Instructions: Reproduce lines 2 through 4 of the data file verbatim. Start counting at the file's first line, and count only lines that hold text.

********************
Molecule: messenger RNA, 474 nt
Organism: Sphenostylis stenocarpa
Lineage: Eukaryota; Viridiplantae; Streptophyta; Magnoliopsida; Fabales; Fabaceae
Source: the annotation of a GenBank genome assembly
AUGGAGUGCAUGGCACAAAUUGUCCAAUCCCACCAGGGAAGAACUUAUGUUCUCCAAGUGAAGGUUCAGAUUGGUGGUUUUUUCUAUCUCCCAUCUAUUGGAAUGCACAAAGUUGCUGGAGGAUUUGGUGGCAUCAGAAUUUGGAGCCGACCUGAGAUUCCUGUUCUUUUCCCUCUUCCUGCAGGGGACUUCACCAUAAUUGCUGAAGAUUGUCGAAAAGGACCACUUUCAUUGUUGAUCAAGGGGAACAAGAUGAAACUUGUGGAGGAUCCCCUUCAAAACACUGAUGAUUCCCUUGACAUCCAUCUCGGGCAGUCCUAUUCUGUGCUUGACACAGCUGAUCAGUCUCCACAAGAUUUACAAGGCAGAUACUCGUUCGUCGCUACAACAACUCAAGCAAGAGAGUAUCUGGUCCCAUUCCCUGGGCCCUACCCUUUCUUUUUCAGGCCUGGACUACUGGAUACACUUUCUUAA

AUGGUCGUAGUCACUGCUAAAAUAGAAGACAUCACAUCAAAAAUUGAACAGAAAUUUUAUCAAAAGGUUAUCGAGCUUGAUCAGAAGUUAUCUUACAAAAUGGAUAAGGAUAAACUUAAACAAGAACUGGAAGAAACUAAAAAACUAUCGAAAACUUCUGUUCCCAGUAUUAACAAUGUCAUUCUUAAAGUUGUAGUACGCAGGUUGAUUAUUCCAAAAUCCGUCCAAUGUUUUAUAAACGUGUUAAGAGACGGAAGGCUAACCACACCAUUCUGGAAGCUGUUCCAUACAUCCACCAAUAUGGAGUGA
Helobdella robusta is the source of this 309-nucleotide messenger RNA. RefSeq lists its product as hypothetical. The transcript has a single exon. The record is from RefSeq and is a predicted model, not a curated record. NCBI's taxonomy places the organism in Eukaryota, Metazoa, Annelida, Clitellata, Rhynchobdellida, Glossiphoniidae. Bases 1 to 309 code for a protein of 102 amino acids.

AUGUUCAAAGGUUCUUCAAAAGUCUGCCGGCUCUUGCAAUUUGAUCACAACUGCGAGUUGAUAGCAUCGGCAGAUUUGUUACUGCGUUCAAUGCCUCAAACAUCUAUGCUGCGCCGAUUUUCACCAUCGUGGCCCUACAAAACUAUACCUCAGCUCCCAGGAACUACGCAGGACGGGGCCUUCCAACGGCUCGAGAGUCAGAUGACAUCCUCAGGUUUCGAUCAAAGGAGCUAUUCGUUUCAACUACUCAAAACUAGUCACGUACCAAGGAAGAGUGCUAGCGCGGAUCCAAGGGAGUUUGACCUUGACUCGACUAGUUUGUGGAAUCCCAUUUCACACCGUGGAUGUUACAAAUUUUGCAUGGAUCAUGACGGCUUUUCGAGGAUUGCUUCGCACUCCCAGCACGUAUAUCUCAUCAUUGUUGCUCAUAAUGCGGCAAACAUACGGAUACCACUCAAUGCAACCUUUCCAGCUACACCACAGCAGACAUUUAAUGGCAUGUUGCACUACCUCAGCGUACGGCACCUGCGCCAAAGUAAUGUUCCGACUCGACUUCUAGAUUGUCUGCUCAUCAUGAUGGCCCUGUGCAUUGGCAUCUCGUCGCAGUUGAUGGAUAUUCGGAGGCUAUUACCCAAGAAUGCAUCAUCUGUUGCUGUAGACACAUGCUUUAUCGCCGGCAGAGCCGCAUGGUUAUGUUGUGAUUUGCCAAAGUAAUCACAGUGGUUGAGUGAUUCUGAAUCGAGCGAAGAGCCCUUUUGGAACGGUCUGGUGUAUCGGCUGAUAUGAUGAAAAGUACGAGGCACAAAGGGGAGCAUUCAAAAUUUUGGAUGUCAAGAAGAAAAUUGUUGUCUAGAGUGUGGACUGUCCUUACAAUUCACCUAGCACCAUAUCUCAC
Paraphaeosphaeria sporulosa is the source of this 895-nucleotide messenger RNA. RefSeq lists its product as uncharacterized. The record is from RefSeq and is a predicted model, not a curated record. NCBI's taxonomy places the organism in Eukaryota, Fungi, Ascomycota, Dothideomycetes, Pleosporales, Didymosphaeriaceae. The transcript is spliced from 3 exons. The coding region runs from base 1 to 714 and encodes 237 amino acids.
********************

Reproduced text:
Organism: Sphenostylis stenocarpa
Lineage: Eukaryota; Viridiplantae; Streptophyta; Magnoliopsida; Fabales; Fabaceae
Source: the annotation of a GenBank genome assembly